Amidst a broader downturn, a crypto exchange listed a loss of €2.5bn in the previous year.

Coinbase, a crypto exchange listed on Nasdaq, has presented its latest results which depict a company deeply impacted by the crypto storm of the past year.

The figures paint an unappealing picture as the exchange suffered a staggering loss of $2.6 billion (€2.5 billion) in 2022, after recording net earnings of $3.6 billion (€3.4 billion) in the previous year when risky asset appetites were higher and the markets were performing well.

The exchange’s fourth-quarter EBITDA loss before interest, tax, deductions and amortization amounted to $124 million (€117.6 million), while its full-year EBITDA loss, which came in at $371 million (€352 million), was within the $500 million loss guardrail it had established last February.

Although some of these results exceeded Wall Street’s expectations, they also bring to light one of the exchange’s significant challenges, namely, dwindling trading volumes and growing public scepticism of the volatile asset class

In Q4 2022, as fallout from FTX’s collapse and the arrest of its founder Sam Bankman-Fried on numerous fraud charges hit the industry, Coinbase saw a 9% drop in trading volumes. Despite capturing a larger market share, the exchange’s overall transaction revenue, which includes fees charged to both retail and institutional customers for buying and trading cryptocurrencies, saw a steep 63% decline, falling from $6.8 billion (€6.5 billion) in 2021 to $2.4 billion (€2.3 billion) in 2022.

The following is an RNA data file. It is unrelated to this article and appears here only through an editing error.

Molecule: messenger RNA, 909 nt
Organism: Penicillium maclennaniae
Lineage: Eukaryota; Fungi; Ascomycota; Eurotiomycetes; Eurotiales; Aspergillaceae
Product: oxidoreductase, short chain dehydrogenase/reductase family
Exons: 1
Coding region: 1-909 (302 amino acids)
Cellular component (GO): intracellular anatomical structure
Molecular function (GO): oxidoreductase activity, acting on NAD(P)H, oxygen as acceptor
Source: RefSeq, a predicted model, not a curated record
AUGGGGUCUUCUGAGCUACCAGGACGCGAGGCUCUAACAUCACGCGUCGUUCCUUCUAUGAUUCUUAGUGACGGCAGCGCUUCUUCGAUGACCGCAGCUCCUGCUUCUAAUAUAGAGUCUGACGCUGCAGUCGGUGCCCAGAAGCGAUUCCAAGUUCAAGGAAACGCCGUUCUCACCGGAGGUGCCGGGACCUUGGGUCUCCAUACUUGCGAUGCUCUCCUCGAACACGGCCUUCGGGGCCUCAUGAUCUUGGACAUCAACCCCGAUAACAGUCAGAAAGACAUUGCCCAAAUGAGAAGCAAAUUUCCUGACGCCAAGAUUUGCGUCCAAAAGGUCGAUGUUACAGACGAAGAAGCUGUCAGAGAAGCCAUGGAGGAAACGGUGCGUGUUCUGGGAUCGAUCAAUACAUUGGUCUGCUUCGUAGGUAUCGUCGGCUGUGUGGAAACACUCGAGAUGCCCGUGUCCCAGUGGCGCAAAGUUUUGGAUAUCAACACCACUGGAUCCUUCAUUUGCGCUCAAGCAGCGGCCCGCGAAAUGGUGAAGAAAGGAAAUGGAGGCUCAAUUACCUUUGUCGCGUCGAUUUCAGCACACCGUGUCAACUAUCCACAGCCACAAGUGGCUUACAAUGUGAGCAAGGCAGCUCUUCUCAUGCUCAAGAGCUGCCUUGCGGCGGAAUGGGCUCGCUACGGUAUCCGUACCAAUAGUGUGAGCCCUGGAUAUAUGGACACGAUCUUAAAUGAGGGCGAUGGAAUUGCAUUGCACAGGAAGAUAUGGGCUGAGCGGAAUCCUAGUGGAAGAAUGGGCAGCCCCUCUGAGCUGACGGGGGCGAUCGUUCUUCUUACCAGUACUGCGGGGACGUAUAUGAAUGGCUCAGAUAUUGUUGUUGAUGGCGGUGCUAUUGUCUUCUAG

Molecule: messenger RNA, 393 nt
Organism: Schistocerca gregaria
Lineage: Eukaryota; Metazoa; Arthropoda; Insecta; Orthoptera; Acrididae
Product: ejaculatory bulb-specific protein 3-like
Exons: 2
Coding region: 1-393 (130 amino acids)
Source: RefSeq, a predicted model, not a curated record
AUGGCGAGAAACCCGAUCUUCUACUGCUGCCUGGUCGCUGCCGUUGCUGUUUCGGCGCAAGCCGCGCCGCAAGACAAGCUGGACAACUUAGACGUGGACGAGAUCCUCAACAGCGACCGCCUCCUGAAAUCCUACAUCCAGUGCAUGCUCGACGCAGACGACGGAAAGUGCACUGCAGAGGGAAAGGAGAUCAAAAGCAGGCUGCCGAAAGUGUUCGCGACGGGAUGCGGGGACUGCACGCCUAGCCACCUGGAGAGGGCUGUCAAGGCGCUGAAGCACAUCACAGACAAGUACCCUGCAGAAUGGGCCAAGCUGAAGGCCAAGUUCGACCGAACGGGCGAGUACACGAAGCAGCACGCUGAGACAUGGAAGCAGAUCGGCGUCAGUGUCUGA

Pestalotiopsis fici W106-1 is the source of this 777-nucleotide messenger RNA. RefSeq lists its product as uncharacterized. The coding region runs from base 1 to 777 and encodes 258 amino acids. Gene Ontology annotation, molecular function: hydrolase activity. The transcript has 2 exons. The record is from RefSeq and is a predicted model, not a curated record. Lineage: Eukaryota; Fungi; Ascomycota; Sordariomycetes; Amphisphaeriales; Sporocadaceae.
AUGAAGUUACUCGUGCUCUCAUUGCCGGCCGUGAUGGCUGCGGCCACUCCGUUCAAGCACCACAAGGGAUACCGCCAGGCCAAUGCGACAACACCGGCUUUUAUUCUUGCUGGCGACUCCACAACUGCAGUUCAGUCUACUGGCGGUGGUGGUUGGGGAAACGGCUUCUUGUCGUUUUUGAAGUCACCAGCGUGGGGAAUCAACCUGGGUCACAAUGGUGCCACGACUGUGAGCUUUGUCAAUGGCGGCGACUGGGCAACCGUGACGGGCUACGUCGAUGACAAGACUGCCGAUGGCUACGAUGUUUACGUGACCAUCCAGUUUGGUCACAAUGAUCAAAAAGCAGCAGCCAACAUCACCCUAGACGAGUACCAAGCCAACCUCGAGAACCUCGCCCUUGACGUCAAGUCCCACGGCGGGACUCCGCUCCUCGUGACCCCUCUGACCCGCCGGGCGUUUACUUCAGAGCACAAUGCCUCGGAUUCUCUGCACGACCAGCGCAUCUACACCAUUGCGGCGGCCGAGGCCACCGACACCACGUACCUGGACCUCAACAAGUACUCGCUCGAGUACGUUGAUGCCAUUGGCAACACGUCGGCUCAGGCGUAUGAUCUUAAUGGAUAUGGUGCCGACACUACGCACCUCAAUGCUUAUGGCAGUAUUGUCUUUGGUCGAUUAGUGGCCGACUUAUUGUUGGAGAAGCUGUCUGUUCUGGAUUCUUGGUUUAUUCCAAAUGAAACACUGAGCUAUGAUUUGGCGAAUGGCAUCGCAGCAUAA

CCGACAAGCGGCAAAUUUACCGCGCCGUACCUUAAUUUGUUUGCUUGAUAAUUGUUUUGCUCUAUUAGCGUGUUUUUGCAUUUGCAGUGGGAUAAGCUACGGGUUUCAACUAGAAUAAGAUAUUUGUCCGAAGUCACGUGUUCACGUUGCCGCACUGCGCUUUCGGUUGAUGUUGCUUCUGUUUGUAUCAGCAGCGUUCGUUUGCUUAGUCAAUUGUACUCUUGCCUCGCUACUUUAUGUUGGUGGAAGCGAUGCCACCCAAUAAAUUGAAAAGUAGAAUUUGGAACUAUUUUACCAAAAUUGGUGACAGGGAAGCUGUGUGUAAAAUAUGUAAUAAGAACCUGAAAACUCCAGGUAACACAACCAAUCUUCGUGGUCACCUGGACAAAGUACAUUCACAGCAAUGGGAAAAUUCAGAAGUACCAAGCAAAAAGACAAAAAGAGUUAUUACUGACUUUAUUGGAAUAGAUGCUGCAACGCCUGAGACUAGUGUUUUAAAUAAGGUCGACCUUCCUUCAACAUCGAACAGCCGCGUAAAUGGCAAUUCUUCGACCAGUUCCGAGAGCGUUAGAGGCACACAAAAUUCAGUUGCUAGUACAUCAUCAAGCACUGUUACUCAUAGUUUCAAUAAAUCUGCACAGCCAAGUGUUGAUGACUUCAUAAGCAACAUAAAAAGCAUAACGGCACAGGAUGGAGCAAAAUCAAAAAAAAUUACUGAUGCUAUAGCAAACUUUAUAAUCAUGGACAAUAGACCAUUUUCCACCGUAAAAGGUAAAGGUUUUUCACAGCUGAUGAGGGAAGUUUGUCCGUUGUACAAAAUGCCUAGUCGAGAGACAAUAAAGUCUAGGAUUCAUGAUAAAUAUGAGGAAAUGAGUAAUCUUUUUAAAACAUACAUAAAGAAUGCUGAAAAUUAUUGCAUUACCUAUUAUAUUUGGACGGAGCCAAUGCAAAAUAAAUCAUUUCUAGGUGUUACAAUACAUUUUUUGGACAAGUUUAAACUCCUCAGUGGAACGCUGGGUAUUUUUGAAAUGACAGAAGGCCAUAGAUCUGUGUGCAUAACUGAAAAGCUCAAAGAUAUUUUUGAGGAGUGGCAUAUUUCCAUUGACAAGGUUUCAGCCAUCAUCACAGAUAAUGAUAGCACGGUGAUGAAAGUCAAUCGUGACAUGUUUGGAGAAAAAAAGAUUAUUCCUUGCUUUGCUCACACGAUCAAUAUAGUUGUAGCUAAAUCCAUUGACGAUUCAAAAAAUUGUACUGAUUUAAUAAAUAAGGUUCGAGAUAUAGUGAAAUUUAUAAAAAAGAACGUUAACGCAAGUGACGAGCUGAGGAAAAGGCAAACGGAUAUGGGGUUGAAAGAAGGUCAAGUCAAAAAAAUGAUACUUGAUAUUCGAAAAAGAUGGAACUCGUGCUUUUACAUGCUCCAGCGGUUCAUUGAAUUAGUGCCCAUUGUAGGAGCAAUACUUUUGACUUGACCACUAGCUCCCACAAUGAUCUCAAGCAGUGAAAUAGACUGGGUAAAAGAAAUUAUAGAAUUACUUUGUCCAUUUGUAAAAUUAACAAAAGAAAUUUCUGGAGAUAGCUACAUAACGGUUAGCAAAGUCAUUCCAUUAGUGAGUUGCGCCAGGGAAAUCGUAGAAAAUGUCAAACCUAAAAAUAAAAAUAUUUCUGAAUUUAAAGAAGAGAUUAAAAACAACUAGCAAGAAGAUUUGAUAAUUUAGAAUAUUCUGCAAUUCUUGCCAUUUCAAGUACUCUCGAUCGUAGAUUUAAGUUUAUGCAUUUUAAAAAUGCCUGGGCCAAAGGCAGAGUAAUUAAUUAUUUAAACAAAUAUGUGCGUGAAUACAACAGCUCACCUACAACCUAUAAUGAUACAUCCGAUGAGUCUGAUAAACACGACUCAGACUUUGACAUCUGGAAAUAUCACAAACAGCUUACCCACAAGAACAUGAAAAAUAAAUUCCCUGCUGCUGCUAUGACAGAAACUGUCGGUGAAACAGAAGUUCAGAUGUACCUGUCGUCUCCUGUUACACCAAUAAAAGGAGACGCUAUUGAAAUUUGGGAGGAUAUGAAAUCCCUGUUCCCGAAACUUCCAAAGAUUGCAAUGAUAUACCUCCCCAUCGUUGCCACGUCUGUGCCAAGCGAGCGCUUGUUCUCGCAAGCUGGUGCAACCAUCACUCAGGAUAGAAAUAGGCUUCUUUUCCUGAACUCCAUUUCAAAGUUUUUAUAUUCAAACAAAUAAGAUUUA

Although Coinbase is likely better positioned than many other players in the industry to weather the ongoing crypto winter, the company’s leadership struck a cautious tone in their earnings call. Despite a sharp rebound in crypto markets in the early months of the year that boosted the company’s transaction revenues, Alesia Haas, the chief financial officer, warned investors against extrapolating these results. “I cannot underscore this enough,” Haas said. “We caution investors to not extrapolate these results forward.”

Taking these developments into account, Coinbase, which has reduced its staff by over 100 in the past year and currently employs approximately 130 people, is not anticipating a significant increase in its global headcount this year, according to Haas. She suggested that the company may even make additional job cuts in the future. This indicates that the anticipated “uplift” in staffing, as mentioned by the new Irish lead Cormac Dinan, maybe a distant possibility.

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